• @FreeMan Durnit. Thanks for letting me know. For this one, the new URL is NL B734 Damaged During Engine Run Up (photos) (with title so people can find it next time the URL changes). – David Richerby Sep 19 '17 at 19:26
• @EricLeibenguth Speaking of engines, thanks to the nose wheel steering, jets can commonly taxi on one engine only, which has a fuel benefit, especially on busy airports will longish takeoff queues. – yo' Sep 19 '17 at 21:33

One of the reasons tricycle gears are popular are the fact that they help give plenty of propeller clearance. However, turbofans are by design normally smaller in diameter (They will accelerate a smaller volume of air to a higher velocity in comparison). Hence this is less of a concern. This would also imply that jet engines aligned with the aircraft body would be blasting the runway quite powerfully at full thrust, which would accelerate wear.

• How the plane is trimmed is independent of the type of the gear. It depends on how far the centre of lift is from the centre of gravity. Tail-draggers have wings further forward, since their main gear is ahead of CoG, but the trim can remain the same and the longer tail gives the elevator more leverage making it more efficient. – Jan Hudec Jul 17 '15 at 12:38
• @JanHudec Indeed, I was overthinking this; you are correct. – Thunderstrike Jul 18 '15 at 7:53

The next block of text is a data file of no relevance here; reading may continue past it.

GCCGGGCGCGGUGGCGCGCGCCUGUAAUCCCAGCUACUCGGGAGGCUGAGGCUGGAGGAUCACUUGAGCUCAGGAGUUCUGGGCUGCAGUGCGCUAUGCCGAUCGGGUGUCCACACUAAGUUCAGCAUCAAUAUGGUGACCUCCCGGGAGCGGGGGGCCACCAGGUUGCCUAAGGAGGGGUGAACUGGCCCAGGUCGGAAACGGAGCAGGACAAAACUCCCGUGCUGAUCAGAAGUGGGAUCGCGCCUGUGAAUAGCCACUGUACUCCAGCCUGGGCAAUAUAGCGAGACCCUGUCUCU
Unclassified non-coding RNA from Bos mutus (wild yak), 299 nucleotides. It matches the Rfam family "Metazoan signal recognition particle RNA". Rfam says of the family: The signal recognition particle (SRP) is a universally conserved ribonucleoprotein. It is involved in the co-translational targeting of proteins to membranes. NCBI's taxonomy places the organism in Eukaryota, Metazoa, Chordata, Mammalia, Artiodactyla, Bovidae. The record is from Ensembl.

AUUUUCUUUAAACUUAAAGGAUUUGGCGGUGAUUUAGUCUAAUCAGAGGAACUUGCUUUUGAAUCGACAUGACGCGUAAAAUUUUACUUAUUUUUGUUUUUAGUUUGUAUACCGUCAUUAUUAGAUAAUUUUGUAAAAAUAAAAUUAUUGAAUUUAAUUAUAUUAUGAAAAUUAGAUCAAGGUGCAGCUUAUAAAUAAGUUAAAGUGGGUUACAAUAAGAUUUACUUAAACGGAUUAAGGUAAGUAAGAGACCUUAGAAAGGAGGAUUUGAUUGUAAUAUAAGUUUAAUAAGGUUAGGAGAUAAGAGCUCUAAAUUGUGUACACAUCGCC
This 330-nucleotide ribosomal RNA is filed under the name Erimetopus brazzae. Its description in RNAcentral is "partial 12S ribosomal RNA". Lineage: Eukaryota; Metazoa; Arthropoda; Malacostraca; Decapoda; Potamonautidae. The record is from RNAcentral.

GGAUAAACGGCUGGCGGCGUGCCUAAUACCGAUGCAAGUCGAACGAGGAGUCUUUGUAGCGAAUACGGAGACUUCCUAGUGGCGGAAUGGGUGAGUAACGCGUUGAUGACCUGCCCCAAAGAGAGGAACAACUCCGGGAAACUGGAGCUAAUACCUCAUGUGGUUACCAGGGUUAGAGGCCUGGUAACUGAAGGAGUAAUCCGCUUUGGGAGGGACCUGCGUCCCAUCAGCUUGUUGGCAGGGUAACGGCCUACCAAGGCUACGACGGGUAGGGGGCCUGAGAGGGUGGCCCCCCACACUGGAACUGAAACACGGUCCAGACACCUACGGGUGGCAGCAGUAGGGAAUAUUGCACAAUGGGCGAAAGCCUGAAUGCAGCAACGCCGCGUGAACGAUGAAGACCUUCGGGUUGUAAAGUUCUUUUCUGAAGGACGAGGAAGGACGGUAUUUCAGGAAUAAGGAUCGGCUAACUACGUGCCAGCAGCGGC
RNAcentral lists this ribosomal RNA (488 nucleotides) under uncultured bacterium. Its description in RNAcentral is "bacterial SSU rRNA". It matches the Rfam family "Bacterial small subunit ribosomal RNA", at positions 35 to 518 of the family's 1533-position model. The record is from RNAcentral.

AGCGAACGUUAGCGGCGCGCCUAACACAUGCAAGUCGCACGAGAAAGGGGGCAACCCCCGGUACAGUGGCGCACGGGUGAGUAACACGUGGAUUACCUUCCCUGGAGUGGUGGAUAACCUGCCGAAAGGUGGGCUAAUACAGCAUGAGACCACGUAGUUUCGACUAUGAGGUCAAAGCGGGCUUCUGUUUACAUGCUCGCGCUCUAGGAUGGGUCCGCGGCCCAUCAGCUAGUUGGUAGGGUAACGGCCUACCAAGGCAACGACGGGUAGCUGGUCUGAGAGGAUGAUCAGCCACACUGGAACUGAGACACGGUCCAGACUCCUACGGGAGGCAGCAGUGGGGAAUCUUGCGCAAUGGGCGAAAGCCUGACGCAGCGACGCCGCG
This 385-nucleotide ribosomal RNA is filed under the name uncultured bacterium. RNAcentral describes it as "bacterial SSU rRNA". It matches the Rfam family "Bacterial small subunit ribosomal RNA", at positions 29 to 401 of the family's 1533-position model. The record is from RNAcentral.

Once, all airliners were built as taildraggers. The most important reasons none are conventionally geared these days is simple. A taildragger has its center of gravity located behind the main wheels. Therefore, it is insanely easy to groundloop it. This is because taildraggers are not inherently directionally stable. This was not usually a problem when the pilot was ALWAYS expecting the tail to wander to either side on takeoff or landing roll. If a pilot got distracted or lazy and the tail wandered a bit too far and he was late correcting with rudder, then the plane would swing around in a wild unstoppable loop and often dig in a wingtip, which was not only embarrassing but often damaged the plane. The tricycle gear stopped all that. The new nosegear planes went where the pilot pointed them and stayed there pretty much automatically. The center of gravity was now in front of the main gear and so the groundloop became a thing of the past. Conventional gear is lighter, and allows shorter takeoffs since the plane naturally sits tail low by design, but the instability issue means that its just a no brainer that large powerful airliners will never again be designed with tailwheels...ever.